Maureen Killoran, QC, Tommy Gelbman, Aditya M. Badami
Dec 17, 2014
On December 9, 2014, the Federal Court of Canada (Court) released its decision in Athabasca Chipewyan First Nation v. Minister of the Environment, Attorney General of Canada, and Shell Canada Limited 2014 FC 1185.
In this case, the Court evaluated the adequacy of Canada’s consultation with, and accommodation of, the Athabasca Chipewyan First Nation (ACFN) prior to issuing federal approvals under the Canadian Environmental Assessment Act 2012 (CEAA 2012) for the expansion of Shell Canada Limited’s (Shell) Jackpine oil sands mine (Project). In a fact-based analysis, the Court concluded that Canada had fulfilled its duty to consult ACFN, and the accommodation offered to ACFN was reasonable and adequate.
This decision – the first of its kind under the CEAA 2012 – affirmed the constitutionality of Canada’s Aboriginal consultation process in the context of a major natural resource development project requiring both federal and provincial authorization. It also affirmed that accommodation offered by one level of government must respect the constitutional division of powers.
In January 2007, Shell proposed to expand its existing Jackpine Mine, engaging both federal and provincial environmental assessments (EA) under the Canadian Environmental Assessment Act 1992 (since repealed by CEAA 2012) and Alberta’s Environmental Protection and Enhancement Act, RSA 2000, c E-12.
Canada and the Government of Alberta (Alberta) struck a Joint Review Panel (JRP) to conduct a single EA. ACFN participated extensively in the EA. During this time, Shell also engaged in comprehensive direct consultations with ACFN.
The end result of the six-year EA was a JRP Report that, among other things, issued 88 non-binding recommendations to Canada and Alberta in respect of the Project and regional land use management.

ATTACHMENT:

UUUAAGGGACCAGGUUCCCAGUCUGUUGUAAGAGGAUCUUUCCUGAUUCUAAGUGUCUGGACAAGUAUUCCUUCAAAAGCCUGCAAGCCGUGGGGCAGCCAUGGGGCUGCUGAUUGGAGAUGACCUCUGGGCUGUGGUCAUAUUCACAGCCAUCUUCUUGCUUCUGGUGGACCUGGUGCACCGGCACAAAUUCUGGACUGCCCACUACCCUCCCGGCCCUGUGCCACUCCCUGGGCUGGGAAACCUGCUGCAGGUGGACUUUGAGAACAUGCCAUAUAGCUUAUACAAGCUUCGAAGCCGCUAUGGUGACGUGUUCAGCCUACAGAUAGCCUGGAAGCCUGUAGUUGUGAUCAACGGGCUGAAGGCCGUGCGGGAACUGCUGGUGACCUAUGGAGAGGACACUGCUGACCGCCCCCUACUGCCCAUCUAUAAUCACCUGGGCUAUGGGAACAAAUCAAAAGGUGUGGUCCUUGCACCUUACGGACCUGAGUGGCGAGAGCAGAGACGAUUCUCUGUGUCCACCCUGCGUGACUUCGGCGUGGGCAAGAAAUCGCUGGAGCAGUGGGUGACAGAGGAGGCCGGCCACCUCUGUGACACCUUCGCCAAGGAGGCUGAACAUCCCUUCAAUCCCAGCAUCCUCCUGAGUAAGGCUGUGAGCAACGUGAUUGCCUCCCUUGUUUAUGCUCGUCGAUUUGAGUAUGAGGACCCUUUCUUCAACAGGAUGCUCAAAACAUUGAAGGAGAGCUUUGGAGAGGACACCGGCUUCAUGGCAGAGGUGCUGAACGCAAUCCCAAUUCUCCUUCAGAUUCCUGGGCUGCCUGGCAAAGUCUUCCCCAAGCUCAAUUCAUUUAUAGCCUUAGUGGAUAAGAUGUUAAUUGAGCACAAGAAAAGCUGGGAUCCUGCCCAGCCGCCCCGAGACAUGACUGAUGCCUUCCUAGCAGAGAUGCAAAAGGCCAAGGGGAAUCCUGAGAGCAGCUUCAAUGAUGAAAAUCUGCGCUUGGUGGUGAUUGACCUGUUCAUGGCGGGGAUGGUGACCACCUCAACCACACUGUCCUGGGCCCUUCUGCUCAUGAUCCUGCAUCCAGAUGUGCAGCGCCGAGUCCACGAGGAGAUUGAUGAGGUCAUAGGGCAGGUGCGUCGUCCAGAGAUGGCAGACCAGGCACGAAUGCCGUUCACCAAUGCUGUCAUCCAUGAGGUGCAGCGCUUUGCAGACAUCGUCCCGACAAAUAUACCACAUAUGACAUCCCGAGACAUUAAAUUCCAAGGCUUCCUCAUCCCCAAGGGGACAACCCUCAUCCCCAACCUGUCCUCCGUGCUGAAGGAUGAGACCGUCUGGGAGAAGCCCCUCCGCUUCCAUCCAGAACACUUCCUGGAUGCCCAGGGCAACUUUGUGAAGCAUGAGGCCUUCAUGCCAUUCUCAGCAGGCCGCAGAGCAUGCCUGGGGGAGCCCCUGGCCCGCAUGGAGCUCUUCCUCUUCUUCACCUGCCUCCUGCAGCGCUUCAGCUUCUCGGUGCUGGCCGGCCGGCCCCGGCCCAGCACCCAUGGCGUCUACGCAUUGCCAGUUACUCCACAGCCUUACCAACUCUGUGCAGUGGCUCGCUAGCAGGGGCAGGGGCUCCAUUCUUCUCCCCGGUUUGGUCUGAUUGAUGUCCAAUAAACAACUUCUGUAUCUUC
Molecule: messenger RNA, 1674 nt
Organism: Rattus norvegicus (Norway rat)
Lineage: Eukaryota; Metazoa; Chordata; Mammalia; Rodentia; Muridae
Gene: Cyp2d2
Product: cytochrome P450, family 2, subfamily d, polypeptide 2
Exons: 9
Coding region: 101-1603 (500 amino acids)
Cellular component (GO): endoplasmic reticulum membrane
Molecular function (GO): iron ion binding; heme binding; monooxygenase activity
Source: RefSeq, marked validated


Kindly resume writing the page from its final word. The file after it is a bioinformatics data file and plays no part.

Following the release of the JRP Report, Canada engaged in a five-month consultation process with ACFN (among other Aboriginal groups) that included correspondence, written submissions, direct meetings and an opportunity for ACFN to comment on draft approval conditions.
Following this process, on December 5, 2013, the Governor in Council decided that the significant adverse environmental effects of the Project were “justified in the circumstances” under section 52 of CEAA 2012. The next day, the Minister of the Environment issued a Decision Statement under section 54 of CEAA 2012 that addressed some of ACFN’s concerns through the imposition of binding conditions on Shell. Alberta also engaged in a consultation process with ACFN, which had not concluded as of the time of Canada’s decisions under CEAA 2012.
The ACFN sought judicial review of Canada’s decisions claiming that both the Crown consultation (following the JRP Report) and the resulting accommodations were inadequate.
Applying well-established principles of Aboriginal law, the Court assessed the adequacy of Canada’s consultation and accommodation in light of ACFN’s specific grievances.
The Court rejected ACFN’s allegations that the consultation process was rushed and lacked transparency. To the contrary, it found that the time period was sufficient and that the Crown’s conduct was demonstrative of a fair and responsive process. Ultimately, the Court concluded that it could not see “… what more could be done to ensure meaningful consultation.” In its analysis, the Court considered the consultation that (i) preceded the decision at issue; (ii) took place during the period specifically impugned by ACFN; and (iii) would be required in future by Canada, Alberta and Shell.
The Court concluded that the accommodation offered to ACFN was reasonable. The accommodations included imposing binding conditions on Shell, and committing to certain actions, including direct cooperation with Alberta. The Court held, among other things, that (i) Canada’s accommodation cannot encroach on matters of provincial jurisdiction; and (ii) the Crown is not required to accommodate vague requests, specificity is required. After reviewing the extensive facts on the record, the Court concluded that “Canada’s accommodations, adequate in themselves, bear witness to the attentive, responsive consultation that Canada has afforded the ACFN throughout the process.”
By Maureen Killoran Q.C., Thomas D. Gelbman, Aditya M. Badami